The Warriors have made an incredible sacrifice following Australia’s new border laws after committing to remaining in Australia and playing for as long as the competition keeps running.
Warriors players met on Thursday night and again on Friday morning at their new Kingscliff base, faced with the prospect of staying away from their families indefinitely.
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Australia's new border laws now prevent non-citizens and residents from entering the country during the coronavirus from Friday night, effectively locking out numerous families.
Warriors officials believed that could spell the end of the players' time in Australia, given the original plan allowed families to join them in coming weeks.
But while some were in tears in last week's meeting after agreeing to stay, the players have now told CEO Cameron George they are in for the long haul.
"We're in, we're committed," George said.
"It's game on for us now. We've had the decision made as a collective. To do it for our sponsors and our fans, we're locked in.
"However long the competition stays around for (we're in), who knows. It could be six months, it could be one week."
NRL players, teams and fans jumped at the opportunity to praise their amazing sacrifice to potentially be away from their families for a long period of time.
Outstanding commitment from @nzwarriors Unbelievable sacrifice for the greater good of the competition. The whole NRL community should be doing everything they can to support them. #kiakaha #warrior195 https://t.co/r5DaWnanT0— Ryan Hoffman (@RyanHoffman12) March 20, 2020
Big ups to the entire @NZWarriors organisation for committing to stay in Australia so the NRL can continue.— ParraEelsFacts (@ParraEelsFacts) March 19, 2020
It means the Warriors' clash with Canberra on the Gold Coast will go ahead as planned, before they meet Manly at Lottoland next Friday night.
NRL relieved after Warriors commitment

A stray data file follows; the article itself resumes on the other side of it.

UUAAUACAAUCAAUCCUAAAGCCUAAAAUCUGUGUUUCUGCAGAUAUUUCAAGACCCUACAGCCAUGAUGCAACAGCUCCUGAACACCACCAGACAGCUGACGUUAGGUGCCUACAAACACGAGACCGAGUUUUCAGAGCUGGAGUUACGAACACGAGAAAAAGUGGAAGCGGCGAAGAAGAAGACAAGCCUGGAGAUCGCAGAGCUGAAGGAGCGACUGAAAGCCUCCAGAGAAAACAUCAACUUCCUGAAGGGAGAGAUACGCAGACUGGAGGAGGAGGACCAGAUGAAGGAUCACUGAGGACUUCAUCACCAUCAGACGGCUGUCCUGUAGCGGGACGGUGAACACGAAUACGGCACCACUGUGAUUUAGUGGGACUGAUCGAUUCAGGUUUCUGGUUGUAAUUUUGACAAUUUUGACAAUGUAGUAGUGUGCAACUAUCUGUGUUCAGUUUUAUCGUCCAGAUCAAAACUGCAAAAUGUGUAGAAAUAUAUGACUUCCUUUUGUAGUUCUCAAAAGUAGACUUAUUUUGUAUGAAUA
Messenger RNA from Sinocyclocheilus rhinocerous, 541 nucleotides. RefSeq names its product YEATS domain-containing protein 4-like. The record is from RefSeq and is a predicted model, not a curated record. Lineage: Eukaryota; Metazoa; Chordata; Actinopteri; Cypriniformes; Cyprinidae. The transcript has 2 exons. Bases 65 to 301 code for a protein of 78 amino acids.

The news will come as a huge relief to the NRL.
While they had contingencies in place to play without the Warriors, they will now still be able to fulfil their eight games per week as outlined in broadcast agreements.
The decision could also give them a small amount of flexibility should a player or staff member from any team tests positive to the virus.
"If we were told to leave your family and live in another country for an indefinite period, not many would ... we're very proud of the players," George said.
"The deciding factor was that it's our time to be leaders in the community and rugby league ... we're going to stand tall and be leaders and take it on.
"If we walked away from what's before us I think it would have started to break up the competition and there would have been some dramas."
The Warriors flew four injured players over on Wednesday night for back up, as well as extra staff.
It's also believed Patrick Herbert was returning to Australia on Friday before the 9pm lockout, with he and the players from their rehab squad free to leave self-isolation for round four.
Centre Peta Hiku remains in New Zealand as he awaits the birth of his child and it is unclear if he will meet requirements to travel to Australia.
The club has also borrowed balls and training gear from local clubs on the Gold Coast and in northern NSW, as they tackle the logistical headache of continuing their season.